Andrew Felix’s account of how his station performed during and after a tornado is a testament to what local broadcasters do best, often routinely. They provide live warnings about severe weather, continue with non-stop coverage and then follow up by organizing, spearheading and promoting a fundraiser for victims. Felix is director of promotions and creative […]
They provide live warnings about severe weather, continue with non-stop coverage and then follow up by organizing, spearheading and promoting a fundraiser for victims.
Felix is director of promotions and creative services at WEAU, Gray’s NBC affiliate serving La Crosse-Eau Claire, Wis., about 100 miles east of Minneapolis.
Felix sent me his clear account along with photos and videos. Here it is, almost word-for-word:
On May 16th, a tornado ripped through Northwestern Wisconsin killing one person, injuring others and causing millions in damage.
One of the biggest casualties was a trailer park that was completely destroyed leaving dozens without a place to live.
WEAU 13 News and our SkyWarn 13 Weather team provided more than 3-hours of non-stop weather coverage.
In fact, we had one viewer tell us live on TV that they saw our coverage so they took cover.
“I was watching you guys faithfully there, and you kept saying to take cover, so I did”.
We were the only station to have multiple meteorologist on-air and multiple reporters in the field that evening for team coverage.
Shortly after we saw the damage, several members of our staff wanted to do a fundraiser to help the families that became homeless.
WEAU is located about 45 miles south of the damaged area in Eau Claire. Eau Claire and the directly surrounding communities (Chippewa Falls, Altoona, Lake Hallie, Elk Mound, etc.) have a combined population of about 100,000.
The donation drive was staffed by WEAU staff, Red Cedar Church staff and volunteers, and Barron County agencies (the tornado did most of its damage in Barron County).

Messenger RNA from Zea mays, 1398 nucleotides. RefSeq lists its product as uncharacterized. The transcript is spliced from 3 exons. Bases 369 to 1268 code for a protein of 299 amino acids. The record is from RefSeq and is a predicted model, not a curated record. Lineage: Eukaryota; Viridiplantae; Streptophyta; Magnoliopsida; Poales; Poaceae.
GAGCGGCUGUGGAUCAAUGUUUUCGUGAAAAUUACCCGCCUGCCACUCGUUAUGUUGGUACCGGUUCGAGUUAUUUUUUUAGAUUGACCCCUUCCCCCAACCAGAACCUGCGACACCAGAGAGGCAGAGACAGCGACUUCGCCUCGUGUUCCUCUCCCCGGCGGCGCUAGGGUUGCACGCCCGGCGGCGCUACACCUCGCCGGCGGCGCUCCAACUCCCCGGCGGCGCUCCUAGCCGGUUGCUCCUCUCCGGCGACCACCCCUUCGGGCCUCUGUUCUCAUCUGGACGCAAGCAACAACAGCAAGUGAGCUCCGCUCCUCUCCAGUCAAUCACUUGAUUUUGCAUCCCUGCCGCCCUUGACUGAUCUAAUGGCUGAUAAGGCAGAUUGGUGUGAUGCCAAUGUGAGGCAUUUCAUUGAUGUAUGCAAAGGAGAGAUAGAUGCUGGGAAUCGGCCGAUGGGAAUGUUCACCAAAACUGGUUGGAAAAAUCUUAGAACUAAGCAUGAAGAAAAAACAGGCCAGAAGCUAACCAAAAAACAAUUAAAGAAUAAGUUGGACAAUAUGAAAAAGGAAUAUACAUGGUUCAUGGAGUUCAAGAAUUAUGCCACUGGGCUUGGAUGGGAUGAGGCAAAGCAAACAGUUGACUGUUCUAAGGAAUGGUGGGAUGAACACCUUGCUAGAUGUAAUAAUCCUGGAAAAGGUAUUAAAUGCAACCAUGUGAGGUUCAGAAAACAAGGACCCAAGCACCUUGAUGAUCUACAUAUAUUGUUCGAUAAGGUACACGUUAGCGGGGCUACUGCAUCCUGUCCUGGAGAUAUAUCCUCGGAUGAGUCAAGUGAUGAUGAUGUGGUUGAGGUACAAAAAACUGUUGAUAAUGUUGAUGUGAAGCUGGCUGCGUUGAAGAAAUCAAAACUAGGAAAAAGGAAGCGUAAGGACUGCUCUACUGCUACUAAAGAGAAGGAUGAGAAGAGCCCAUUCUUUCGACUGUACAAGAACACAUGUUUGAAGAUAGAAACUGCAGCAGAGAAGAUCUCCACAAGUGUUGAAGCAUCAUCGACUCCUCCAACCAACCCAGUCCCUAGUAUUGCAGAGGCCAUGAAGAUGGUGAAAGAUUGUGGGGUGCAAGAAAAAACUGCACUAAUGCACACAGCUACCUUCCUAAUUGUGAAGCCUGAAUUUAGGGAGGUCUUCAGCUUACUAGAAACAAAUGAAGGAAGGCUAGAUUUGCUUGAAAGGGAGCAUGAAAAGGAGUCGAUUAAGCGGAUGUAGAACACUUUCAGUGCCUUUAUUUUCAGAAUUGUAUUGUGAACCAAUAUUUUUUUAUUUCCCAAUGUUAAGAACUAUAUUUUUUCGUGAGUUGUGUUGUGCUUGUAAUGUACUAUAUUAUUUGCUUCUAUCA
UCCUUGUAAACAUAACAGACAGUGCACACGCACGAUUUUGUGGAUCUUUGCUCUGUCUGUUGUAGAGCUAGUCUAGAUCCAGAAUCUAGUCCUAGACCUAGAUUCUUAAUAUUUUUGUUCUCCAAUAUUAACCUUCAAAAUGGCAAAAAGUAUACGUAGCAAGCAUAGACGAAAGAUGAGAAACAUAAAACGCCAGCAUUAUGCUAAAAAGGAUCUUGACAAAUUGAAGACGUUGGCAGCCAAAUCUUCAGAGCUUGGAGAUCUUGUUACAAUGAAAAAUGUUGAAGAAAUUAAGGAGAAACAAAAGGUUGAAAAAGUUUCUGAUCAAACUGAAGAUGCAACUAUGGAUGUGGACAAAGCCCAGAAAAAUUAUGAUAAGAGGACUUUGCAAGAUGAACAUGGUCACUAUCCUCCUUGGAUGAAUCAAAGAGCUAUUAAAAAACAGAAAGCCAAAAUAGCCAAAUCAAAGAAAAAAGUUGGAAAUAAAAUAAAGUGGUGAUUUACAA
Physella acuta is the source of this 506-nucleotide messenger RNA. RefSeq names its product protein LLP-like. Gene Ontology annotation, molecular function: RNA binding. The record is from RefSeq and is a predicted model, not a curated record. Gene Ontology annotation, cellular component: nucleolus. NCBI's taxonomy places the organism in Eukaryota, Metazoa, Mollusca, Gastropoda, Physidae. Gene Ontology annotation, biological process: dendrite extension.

The donation drive was promoted with on-air promos, newscast mentions, social media posts, live mentions during the drive and signage on Hastings Way during the drive.
We received over 600 individual donations ranging from $1 to thousands of dollars. We received some larger checks from other fundraising outfits, businesses and non-profits (a few $1,000 and $2,000 donations, and one for $3,400).
We had no idea how much we would raise…. I was hoping for $10,000.
During our one day fundraising effort we raised $40,250! This far exceeded anyone’s wildest dreams.
The best news is that the money raised will be part of the match and will total $80,500 in donations.
All of the funds raised will go directly to families in need to help them rebuild their lives. We could not have been more proud of our work.
The WEAU staff was eager to volunteer, the Red Cedar Church and folks from Barron County were amazing!
WEAU has organized and hosted fundraiser in the past but this is by far our most successful.
This fundraiser proved that local TV is still strong!
This was only promoted on TV with some social media and we had over 600 people of all ages show up with donations.
In 2008, we began using the slogan “Community First” and in 2015 we officially adopted it as our main station slogan.
WEAU always puts an emphasis on covering local news, helping our nonprofit organizations, and supporting the community.